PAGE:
A group of seven families from Oakland and Los Angeles, as well as the Oakland REACH parents group filed a lawsuit Monday against the State of California alleging the state hasn’t done enough to prevent racial and socio-economic inequality in distance learning.
The lawsuit, which was filed in Alameda County Superior Court, says the state failed its “constitutional obligation” to provide students an equal education by not ensuring equal access to devices, technology and support necessary for remote learning. The lawsuit also alleges the state has failed to provide teachers the support needed to help students learn under the current circumstances.
The impact, the lawsuit said, has disproportionately affected Black and Latinx students, as well as students from low-income backgrounds.
“The change in the delivery of education left many already-underserved students functionally unable to attend school,” the plaintiffs said in the lawsuit. “The State continues to refuse to step up and meet its constitutional obligation to ensure basic educational equality or indeed any education at all.”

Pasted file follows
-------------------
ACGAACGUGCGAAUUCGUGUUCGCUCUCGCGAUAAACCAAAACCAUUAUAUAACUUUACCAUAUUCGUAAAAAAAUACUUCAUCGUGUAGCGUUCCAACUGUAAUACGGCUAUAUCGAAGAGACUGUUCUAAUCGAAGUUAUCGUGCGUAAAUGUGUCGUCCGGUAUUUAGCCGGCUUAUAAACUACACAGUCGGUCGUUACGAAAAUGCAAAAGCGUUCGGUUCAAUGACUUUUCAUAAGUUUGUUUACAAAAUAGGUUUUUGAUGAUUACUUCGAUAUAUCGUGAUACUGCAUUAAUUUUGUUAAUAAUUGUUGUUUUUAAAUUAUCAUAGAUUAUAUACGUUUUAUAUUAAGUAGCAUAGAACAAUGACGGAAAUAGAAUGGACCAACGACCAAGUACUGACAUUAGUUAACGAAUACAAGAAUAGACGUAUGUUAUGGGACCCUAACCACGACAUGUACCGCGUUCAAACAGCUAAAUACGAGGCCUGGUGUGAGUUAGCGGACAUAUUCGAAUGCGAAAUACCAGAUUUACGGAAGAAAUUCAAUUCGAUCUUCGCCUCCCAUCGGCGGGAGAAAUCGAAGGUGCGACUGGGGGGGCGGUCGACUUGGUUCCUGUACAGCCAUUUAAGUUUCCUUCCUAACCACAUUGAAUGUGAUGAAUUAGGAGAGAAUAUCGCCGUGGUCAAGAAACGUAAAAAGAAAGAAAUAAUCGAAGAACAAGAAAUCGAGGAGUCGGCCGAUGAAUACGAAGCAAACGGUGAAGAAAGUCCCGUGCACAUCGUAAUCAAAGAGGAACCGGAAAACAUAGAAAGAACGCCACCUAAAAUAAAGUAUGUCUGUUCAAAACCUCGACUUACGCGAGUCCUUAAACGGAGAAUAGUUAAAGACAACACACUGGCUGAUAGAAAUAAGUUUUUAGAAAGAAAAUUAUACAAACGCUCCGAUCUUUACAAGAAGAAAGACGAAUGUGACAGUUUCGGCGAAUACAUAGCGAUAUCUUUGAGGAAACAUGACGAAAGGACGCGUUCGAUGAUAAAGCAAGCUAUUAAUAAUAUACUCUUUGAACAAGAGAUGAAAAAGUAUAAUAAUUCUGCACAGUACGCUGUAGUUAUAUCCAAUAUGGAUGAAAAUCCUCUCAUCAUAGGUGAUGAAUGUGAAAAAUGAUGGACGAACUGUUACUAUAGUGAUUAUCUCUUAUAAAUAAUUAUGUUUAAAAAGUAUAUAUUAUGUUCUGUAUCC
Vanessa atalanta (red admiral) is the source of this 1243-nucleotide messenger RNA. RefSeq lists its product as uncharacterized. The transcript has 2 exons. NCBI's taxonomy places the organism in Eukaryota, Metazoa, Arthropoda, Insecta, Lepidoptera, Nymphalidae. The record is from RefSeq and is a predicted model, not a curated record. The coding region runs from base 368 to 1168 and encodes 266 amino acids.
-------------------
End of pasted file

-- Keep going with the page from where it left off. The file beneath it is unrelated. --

Nine Los Angeles families filed a similar lawsuit against Los Angeles Unified in September, alleging the district’s distance learning program does not meet state educational standards and disproportionately harms Black and Latinx students, the Associated Press reported.
The Alameda County lawsuit calls for a judgment barring the state from “further depriving Plaintiffs of their constitutional rights,” as well as for low-income, Black and Latinx families to be included in the state and local planning for in-person instruction when conditions allow.
The families are being represented by Public Council — a nonprofit civil rights law firm — and international law firm Morrison and Foerster.